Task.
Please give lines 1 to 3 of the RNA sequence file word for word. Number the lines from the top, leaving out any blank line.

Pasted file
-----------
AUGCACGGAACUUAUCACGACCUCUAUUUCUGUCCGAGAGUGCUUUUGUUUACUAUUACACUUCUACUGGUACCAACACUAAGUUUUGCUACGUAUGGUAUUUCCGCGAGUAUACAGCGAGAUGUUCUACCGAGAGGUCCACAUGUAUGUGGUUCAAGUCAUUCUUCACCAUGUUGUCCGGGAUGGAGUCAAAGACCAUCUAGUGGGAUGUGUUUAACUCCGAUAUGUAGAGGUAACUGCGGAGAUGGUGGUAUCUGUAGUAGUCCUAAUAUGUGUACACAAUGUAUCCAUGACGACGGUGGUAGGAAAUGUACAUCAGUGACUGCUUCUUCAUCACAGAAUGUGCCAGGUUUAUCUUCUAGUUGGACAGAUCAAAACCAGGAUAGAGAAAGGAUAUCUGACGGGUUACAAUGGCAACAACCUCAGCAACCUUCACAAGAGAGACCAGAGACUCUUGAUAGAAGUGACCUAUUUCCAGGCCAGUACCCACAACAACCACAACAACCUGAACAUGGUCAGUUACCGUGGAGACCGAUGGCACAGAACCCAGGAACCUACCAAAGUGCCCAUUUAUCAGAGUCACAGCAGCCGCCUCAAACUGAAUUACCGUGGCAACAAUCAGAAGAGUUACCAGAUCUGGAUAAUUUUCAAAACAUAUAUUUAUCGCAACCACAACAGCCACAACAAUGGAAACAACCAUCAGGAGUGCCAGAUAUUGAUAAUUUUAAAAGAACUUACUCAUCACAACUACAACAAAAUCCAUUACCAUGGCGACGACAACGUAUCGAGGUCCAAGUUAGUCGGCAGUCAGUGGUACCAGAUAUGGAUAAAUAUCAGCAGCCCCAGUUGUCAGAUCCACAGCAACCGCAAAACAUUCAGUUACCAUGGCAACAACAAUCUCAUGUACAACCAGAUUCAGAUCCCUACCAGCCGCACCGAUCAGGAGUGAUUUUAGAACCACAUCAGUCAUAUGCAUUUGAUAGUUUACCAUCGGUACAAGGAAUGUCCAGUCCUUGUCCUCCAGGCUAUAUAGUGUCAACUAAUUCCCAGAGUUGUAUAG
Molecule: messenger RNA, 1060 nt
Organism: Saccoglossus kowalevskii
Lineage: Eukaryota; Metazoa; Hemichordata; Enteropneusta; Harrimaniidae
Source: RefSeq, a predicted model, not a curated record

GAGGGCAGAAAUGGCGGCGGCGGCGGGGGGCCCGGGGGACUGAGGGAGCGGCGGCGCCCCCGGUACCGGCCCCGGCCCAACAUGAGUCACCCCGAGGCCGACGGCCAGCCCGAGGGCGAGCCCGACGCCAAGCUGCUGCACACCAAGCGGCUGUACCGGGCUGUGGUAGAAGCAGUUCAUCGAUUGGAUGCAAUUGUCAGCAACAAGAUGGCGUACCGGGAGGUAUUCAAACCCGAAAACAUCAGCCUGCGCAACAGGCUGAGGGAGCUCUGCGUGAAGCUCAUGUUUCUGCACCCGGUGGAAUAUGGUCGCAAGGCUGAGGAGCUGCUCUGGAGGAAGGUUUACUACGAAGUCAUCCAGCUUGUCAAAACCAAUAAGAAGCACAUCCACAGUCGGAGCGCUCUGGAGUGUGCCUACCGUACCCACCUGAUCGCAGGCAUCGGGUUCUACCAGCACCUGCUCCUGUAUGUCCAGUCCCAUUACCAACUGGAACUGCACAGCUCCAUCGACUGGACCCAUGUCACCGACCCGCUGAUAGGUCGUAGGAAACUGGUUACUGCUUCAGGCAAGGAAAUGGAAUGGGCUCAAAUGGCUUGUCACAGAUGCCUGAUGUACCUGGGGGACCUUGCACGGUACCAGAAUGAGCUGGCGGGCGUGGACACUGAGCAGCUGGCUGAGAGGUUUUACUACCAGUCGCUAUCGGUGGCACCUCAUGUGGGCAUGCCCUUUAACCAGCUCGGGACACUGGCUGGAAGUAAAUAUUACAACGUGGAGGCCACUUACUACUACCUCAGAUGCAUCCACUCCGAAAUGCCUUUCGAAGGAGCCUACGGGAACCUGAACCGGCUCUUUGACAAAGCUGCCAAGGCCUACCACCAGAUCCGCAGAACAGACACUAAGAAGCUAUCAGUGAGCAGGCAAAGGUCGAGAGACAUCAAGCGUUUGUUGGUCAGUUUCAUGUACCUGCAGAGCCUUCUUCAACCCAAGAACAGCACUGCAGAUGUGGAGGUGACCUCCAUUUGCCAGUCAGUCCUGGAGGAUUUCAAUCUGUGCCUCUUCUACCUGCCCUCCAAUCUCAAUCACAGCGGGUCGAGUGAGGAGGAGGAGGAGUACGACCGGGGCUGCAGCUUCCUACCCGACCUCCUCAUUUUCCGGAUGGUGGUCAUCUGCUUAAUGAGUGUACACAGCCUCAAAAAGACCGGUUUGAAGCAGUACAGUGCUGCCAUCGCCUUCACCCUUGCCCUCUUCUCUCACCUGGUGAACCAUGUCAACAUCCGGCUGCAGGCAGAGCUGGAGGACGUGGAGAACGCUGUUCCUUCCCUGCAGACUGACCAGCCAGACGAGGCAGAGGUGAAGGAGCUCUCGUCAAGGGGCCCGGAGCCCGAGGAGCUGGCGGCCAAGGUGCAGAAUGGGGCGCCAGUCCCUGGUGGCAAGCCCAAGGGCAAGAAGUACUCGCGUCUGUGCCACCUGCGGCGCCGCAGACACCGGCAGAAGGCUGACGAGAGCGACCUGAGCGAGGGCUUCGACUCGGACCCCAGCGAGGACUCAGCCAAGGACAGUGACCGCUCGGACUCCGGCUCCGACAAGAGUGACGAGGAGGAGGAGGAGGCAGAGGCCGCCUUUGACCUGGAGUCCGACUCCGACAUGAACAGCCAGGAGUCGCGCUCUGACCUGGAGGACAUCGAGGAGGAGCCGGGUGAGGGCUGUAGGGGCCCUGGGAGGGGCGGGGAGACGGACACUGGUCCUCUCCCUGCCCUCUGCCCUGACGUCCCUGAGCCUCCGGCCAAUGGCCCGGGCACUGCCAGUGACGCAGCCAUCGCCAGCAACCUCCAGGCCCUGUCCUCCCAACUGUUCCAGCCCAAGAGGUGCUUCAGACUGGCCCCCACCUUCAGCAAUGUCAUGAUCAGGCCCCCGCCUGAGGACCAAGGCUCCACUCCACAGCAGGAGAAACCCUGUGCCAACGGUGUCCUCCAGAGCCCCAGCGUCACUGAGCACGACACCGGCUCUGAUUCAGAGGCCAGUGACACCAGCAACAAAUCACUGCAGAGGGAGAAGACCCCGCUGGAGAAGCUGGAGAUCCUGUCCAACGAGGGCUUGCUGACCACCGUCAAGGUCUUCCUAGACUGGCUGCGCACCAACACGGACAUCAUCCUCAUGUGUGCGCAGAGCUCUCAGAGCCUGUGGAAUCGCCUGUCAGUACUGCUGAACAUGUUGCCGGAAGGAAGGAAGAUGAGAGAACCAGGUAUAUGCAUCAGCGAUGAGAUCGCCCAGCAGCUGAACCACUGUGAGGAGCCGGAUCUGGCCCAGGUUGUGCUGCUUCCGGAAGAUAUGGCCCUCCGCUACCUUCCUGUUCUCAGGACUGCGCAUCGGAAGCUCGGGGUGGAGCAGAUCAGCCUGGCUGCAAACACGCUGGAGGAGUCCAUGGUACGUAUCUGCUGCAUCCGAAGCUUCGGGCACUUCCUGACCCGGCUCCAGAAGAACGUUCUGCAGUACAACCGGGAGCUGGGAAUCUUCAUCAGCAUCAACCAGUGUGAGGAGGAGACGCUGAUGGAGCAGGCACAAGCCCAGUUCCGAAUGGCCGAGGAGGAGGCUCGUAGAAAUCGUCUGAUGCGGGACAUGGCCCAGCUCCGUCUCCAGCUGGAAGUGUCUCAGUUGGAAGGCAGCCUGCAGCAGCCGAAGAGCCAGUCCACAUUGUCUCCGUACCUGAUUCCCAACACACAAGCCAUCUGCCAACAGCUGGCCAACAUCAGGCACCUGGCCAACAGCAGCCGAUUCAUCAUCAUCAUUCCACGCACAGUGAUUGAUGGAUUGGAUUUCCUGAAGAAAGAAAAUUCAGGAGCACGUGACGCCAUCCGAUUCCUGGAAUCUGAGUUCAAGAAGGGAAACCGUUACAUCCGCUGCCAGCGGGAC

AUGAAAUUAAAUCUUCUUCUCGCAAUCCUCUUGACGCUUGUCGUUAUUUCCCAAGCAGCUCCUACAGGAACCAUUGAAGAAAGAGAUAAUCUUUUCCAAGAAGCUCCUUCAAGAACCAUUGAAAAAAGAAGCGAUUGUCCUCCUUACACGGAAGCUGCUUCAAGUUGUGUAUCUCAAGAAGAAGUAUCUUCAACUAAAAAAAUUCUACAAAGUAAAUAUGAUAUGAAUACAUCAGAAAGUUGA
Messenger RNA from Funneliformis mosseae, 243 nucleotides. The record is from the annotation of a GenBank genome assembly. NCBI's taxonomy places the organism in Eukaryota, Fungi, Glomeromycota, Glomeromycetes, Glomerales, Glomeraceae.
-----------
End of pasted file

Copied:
AUGCACGGAACUUAUCACGACCUCUAUUUCUGUCCGAGAGUGCUUUUGUUUACUAUUACACUUCUACUGGUACCAACACUAAGUUUUGCUACGUAUGGUAUUUCCGCGAGUAUACAGCGAGAUGUUCUACCGAGAGGUCCACAUGUAUGUGGUUCAAGUCAUUCUUCACCAUGUUGUCCGGGAUGGAGUCAAAGACCAUCUAGUGGGAUGUGUUUAACUCCGAUAUGUAGAGGUAACUGCGGAGAUGGUGGUAUCUGUAGUAGUCCUAAUAUGUGUACACAAUGUAUCCAUGACGACGGUGGUAGGAAAUGUACAUCAGUGACUGCUUCUUCAUCACAGAAUGUGCCAGGUUUAUCUUCUAGUUGGACAGAUCAAAACCAGGAUAGAGAAAGGAUAUCUGACGGGUUACAAUGGCAACAACCUCAGCAACCUUCACAAGAGAGACCAGAGACUCUUGAUAGAAGUGACCUAUUUCCAGGCCAGUACCCACAACAACCACAACAACCUGAACAUGGUCAGUUACCGUGGAGACCGAUGGCACAGAACCCAGGAACCUACCAAAGUGCCCAUUUAUCAGAGUCACAGCAGCCGCCUCAAACUGAAUUACCGUGGCAACAAUCAGAAGAGUUACCAGAUCUGGAUAAUUUUCAAAACAUAUAUUUAUCGCAACCACAACAGCCACAACAAUGGAAACAACCAUCAGGAGUGCCAGAUAUUGAUAAUUUUAAAAGAACUUACUCAUCACAACUACAACAAAAUCCAUUACCAUGGCGACGACAACGUAUCGAGGUCCAAGUUAGUCGGCAGUCAGUGGUACCAGAUAUGGAUAAAUAUCAGCAGCCCCAGUUGUCAGAUCCACAGCAACCGCAAAACAUUCAGUUACCAUGGCAACAACAAUCUCAUGUACAACCAGAUUCAGAUCCCUACCAGCCGCACCGAUCAGGAGUGAUUUUAGAACCACAUCAGUCAUAUGCAUUUGAUAGUUUACCAUCGGUACAAGGAAUGUCCAGUCCUUGUCCUCCAGGCUAUAUAGUGUCAACUAAUUCCCAGAGUUGUAUAG
Molecule: messenger RNA, 1060 nt
Organism: Saccoglossus kowalevskii